“I was a quest to find meaning, [to find] and explanation of what it means to be human.” To that end, she “became insatiable,” and read Tolstoy, Vonnegut, Dostoyevsky, L’Engle, Salinger, the Brontes, and a host of others. “Nothing was out of my reach.”
Her own exploration was set in motion by reading. She moved to the U.S. She got married. She ended up in Troy, New York, where she began carrying a journal. Following the thought experiments posed by Albert Einstein and experimental modernist composer John Cage, Smith’s journal projects began to take evolve.
“I thought, ‘What if the journal itself became the experiment,’” she said. “What if we moved into a place of not knowing?”
“That,” Smith added, “is the goal.”
In her series of journals, which also include This is Not a Book, Finish this Book, Tear up this Book, and Pocket Scavenger, Smith provides place for what she called “happy accidents, mistakes, chance, surprise, or trying something you’ve never done before.”
The final slide in Smith’s wonderfully-illustrated presentation displayed her list of rules for a creative and inventive life. (The subtitle read: “AKA My Secret Powers.”)
The inspirational list read like an encapsulation of not just what Smith does, but who she is: Use your curiosity as a guide; Use the senses in every endeavor; Feature your weirdness; Question reality; Question everything; and the final one: Remember that you are at the helm of your own education. You can create it and tailor it to your needs.
As expected, Smith’s presentation ended with a simple, outrageous call to action. She instructed everyone in the audience to wear the stacks of tissue paper that had been hidden under their chairs. Some made tall, cylindrical chefs hats; others tied bandanas; other made capes. Smith, taking pictures of the crowd, looked delighted.
She recently was featured in a TIME magazine article titled, “Meet the Woman Trying to Save Your Kids from Their Screens.”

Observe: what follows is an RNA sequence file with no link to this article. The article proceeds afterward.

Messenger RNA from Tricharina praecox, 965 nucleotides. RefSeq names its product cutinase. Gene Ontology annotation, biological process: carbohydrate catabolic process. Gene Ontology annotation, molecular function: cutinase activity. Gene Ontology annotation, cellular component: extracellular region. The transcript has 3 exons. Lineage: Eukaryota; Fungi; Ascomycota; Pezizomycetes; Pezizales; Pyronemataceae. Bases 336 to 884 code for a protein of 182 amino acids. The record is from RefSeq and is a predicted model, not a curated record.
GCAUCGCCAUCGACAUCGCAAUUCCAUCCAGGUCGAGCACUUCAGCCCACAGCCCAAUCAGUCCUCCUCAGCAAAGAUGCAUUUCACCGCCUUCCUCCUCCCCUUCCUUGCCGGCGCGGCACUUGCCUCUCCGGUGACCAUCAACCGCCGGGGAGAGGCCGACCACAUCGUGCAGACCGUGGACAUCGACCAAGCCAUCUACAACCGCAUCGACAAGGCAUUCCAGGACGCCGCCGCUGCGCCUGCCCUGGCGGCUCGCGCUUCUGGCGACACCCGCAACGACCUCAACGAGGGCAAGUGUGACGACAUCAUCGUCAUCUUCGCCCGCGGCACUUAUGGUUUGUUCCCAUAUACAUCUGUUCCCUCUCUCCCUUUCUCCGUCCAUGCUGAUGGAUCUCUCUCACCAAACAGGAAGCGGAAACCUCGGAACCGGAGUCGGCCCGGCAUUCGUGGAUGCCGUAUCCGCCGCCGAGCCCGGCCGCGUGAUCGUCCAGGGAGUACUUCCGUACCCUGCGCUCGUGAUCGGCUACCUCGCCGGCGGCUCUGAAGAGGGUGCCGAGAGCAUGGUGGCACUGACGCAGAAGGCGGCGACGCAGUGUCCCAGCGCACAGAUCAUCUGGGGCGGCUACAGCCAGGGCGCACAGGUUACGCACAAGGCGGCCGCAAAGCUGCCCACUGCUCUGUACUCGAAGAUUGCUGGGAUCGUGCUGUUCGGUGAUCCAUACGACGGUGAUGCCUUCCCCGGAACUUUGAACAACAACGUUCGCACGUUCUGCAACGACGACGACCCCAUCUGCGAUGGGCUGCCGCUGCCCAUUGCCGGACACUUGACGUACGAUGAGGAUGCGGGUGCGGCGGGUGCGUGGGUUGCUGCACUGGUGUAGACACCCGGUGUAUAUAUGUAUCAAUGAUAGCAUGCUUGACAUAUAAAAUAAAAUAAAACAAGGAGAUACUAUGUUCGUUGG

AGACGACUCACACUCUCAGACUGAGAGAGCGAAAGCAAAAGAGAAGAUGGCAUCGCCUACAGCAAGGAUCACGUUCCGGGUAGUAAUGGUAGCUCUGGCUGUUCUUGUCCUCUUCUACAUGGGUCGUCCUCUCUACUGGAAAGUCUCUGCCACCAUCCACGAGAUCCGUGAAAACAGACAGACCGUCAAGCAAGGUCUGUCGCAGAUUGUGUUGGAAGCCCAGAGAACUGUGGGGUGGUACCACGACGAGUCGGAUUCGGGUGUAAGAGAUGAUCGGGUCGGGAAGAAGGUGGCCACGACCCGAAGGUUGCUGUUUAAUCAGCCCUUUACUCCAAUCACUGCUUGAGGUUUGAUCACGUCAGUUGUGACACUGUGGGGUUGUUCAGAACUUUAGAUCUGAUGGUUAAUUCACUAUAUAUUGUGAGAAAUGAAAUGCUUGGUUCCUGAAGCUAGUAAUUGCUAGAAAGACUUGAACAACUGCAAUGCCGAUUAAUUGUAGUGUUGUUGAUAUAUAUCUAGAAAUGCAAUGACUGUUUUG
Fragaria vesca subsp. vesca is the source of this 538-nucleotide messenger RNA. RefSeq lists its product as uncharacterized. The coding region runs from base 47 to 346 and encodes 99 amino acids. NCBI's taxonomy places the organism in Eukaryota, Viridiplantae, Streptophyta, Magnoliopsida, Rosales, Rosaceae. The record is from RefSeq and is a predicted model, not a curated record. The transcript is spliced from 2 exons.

Smith conducts workshops based on her books and recently taught a class in conceptual illustration at Emily Carr University of Art and Design, in Vancouver, Canada. According to her website, the main focus of her work/research is on creating what the writer Umberto Eco called “Open works,” pieces that are completed by the reader/user. In 2012 she created a public art installation for the exhibition Urban Play, in Copenhagen Denmark entitled The Society for Exploratory Research. In 2013 Keri was invited to be a “Resident Thinker” for the art piece “Nowhere Island” by artist Alex Hartley for the Cultural Olympiad, along with Yoko Ono and several other interesting thinkers.
English Teacher Lori Pelliccia coordinates the series and leads the Writers’ Workshop honors-level English class that examines the work of the visiting presenters.
“Last year, the students in Writers’ Workshop referred back to the advice they received from the visiting authors time and time again,” she said. “I know this year will be no different. Each speaker’s unique experiences and talents will surely inspire our student writers as they explore and develop their craft.”
This is the 19th year Williston Northampton School has hosted the Writers’ Workshop Series—conceived by authors Madeleine Blais P’00, ’04 and Elinor Lipman P’00—in which writers and creative professionals give a talk during a public forum, then teach a master class to students who have prepared for the visit by studying the presenter’s work. The forum begins at 7 p.m. in Williston’s Whitaker-Bement Center Assembly Room. It is free and open to the public.